The Asian Experience

What the region can — and cannot — teach the Arab world about democracy through revolution

  • David H. Wells / Corbis

    March 1986, Manila People power alone isn't enough

    How, my overseas friends asked me, had I survived living in a battleground? Given that some of my journalistic colleagues were living in real war zones, the question was almost embarrassing. Life in Bangkok, with its gilded temples and hedonistic spas, shouldn't have been worthy of commiseration. And yet, it is true: last year, after months of antigovernment protests that paralyzed the business district, the Thai capital convulsed in violence. While my children napped at home, I drove 10 minutes to cover the clashes between security forces and so-called Red Shirt demonstrators. All told, the mayhem of April and May claimed around 90 lives, including those of a couple of foreign journalists. A motorcycle-taxi driver who worked near my home was among the dead. Friends complained of bullet holes pockmarking the facades of their office towers, while other buildings were reduced to burned-out carcasses.

    I've been thinking about the Thai protests as civil unrest has flared halfway across the globe in Tunisia, Yemen and, most dramatically, Egypt. At first glance, the plotlines of Bangkok and Cairo seem similar: thousands of brave souls potentially sacrificing their lives to crusade against a rigid, out-of-touch government. But Thailand's political crisis — the result of a bloody deadlock between two bitterly opposed political camps that shows no sign of abating — is no model of democratic rebellion. It is a mockery of it. Back in 1992, protesters in Thailand did indeed overthrow a military regime. Since then, the country has failed to nurture its newfound democracy. Every few years, Thai ballots are cast; faith in this ritual is so stunted, however, that many dissenters prefer to unleash their anger on the streets.

    Asia gave birth to people power in 1986, when a sea of yellow-clad demonstrators peacefully overthrew a dictator in the Philippines. Other popular uprisings against authoritarianism followed, from Thailand, South Korea and Taiwan to Mongolia and Indonesia. Watching the events unfold in the Arab world, Asia's fledgling democracies can be forgiven for indulging in a moment of nostalgia. While revolutionary zeal may have toppled the region's strongmen, however, too few of their successors have bothered to build the institutions needed to sustain democracy beyond its first flush. Democracy through revolution is heady stuff, but it's not always a template for building lasting freedom and justice.

    The withered potential of people power is best examined on its home turf. This month, the Philippines will celebrate the 25th anniversary of the start of its historic uprising. Those following the events in Egypt will find many parallels. Ferdinand Marcos, a corrupt, aging, U.S.-backed dictator, was ousted by a populace that rallied, in part, thanks to technology. (Then it was radio, not Facebook or Twitter.) But a quarter-century later, with the son of people-power heroine Corazon Aquino now serving as President, the Philippines is still beset by the poverty, cronyism and nepotism that provoked the 1986 protests.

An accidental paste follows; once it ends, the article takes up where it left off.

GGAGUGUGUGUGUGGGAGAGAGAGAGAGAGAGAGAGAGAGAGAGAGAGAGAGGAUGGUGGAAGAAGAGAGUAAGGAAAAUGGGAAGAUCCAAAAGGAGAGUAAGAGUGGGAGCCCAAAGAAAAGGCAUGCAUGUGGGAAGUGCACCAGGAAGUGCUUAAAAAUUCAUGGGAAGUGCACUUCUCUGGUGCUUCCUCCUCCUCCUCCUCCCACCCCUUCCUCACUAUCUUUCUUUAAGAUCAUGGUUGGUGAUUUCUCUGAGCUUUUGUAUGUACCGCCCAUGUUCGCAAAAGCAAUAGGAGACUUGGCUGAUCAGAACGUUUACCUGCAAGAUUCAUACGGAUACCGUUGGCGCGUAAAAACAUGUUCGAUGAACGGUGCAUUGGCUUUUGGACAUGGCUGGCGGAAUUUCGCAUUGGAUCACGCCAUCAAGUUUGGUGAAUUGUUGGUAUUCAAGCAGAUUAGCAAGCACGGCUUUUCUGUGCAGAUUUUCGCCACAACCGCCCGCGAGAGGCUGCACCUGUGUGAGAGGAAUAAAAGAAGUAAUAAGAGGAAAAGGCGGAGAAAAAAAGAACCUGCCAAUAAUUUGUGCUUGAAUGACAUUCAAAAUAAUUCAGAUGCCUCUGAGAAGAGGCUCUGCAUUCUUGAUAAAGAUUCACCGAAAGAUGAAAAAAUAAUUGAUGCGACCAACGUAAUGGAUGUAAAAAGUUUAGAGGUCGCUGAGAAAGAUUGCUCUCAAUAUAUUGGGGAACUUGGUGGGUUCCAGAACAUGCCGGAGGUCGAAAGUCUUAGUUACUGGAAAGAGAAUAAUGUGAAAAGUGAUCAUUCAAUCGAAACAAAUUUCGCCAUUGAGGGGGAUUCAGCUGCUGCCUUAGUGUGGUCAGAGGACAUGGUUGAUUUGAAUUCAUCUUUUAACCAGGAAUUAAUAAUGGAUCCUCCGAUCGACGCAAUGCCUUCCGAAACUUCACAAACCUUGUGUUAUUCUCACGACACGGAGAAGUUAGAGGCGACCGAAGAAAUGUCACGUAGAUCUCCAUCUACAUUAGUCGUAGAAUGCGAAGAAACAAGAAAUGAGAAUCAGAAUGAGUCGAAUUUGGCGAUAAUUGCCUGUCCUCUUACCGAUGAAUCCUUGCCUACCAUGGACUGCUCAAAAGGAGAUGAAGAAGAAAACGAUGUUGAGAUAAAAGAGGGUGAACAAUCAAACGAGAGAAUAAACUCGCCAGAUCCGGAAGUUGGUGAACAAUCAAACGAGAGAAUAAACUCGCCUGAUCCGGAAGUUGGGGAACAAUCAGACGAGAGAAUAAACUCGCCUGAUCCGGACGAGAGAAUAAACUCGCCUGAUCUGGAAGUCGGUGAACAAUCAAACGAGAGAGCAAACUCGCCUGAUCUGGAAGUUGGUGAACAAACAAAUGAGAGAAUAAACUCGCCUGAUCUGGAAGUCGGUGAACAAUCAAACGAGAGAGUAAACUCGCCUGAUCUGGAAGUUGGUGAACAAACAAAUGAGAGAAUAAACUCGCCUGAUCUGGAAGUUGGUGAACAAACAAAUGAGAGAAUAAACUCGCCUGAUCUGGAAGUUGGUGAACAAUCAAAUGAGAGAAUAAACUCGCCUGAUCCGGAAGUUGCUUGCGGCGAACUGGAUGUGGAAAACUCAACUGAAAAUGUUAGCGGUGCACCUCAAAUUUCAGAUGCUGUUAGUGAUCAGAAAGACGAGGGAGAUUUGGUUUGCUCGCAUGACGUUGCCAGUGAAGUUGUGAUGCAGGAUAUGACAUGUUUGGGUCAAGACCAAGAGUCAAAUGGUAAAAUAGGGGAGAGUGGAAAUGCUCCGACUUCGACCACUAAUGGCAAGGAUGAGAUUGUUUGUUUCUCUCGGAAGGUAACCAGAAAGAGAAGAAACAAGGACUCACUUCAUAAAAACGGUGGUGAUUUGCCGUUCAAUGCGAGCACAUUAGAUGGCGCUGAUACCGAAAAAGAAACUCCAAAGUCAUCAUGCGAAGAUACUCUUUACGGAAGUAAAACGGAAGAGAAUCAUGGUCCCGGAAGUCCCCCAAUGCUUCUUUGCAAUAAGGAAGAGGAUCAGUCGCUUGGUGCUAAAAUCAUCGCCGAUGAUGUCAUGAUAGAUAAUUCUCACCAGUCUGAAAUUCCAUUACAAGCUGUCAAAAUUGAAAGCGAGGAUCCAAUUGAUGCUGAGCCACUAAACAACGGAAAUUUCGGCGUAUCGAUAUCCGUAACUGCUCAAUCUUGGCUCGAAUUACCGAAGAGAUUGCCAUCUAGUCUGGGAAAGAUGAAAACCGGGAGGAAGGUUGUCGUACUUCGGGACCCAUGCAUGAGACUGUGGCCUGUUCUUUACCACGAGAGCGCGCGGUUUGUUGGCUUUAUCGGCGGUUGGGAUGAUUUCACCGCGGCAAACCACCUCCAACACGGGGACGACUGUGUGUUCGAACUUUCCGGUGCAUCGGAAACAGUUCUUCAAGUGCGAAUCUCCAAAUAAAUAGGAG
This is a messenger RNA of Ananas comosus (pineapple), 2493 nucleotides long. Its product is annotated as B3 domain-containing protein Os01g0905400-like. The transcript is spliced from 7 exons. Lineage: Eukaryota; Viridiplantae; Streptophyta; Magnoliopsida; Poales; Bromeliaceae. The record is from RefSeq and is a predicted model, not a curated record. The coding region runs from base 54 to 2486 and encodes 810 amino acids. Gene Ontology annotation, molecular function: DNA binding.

These failings are not the Philippines' alone. Across Asia, elections are held, but vote buying taints the results. Politics is dominated by the same old families. Economic growth often rewards the few rather than the many. And from Malaysia and East Timor to Taiwan and Thailand, I have met local journalists who passed information on to me because they felt it was too dangerous to write about the issues themselves. Without the crucial check of a free press — or independent legislatures and courts, for that matter — democracy exists in name only.

    Still, Asia also offers heartening lessons for the Arab world. There's South Korea, for instance, which overthrew a U.S.-backed military dictatorship, then carefully constructed a prosperous democracy. And then there's Indonesia, the world's largest Muslim-majority nation. In 1998, after 32 years in power, strongman Suharto was forced out by massive street protests. Since then, change in Indonesia has occurred not in one cataclysmic jolt but instead through years of brick-by-brick nation building. That may not sound sexy, but it works. Indonesia has now peacefully cycled through several secular-minded leaders, and its civil society is flourishing. The country's problems are still immense: graft and poverty persist, as does sectarian conflict. But Egypt could do a lot worse than to follow the model of this moderate, Muslim-majority democracy.n

    Beech, who is now TIME's Beijing bureau chief, spent the past few years in Thailand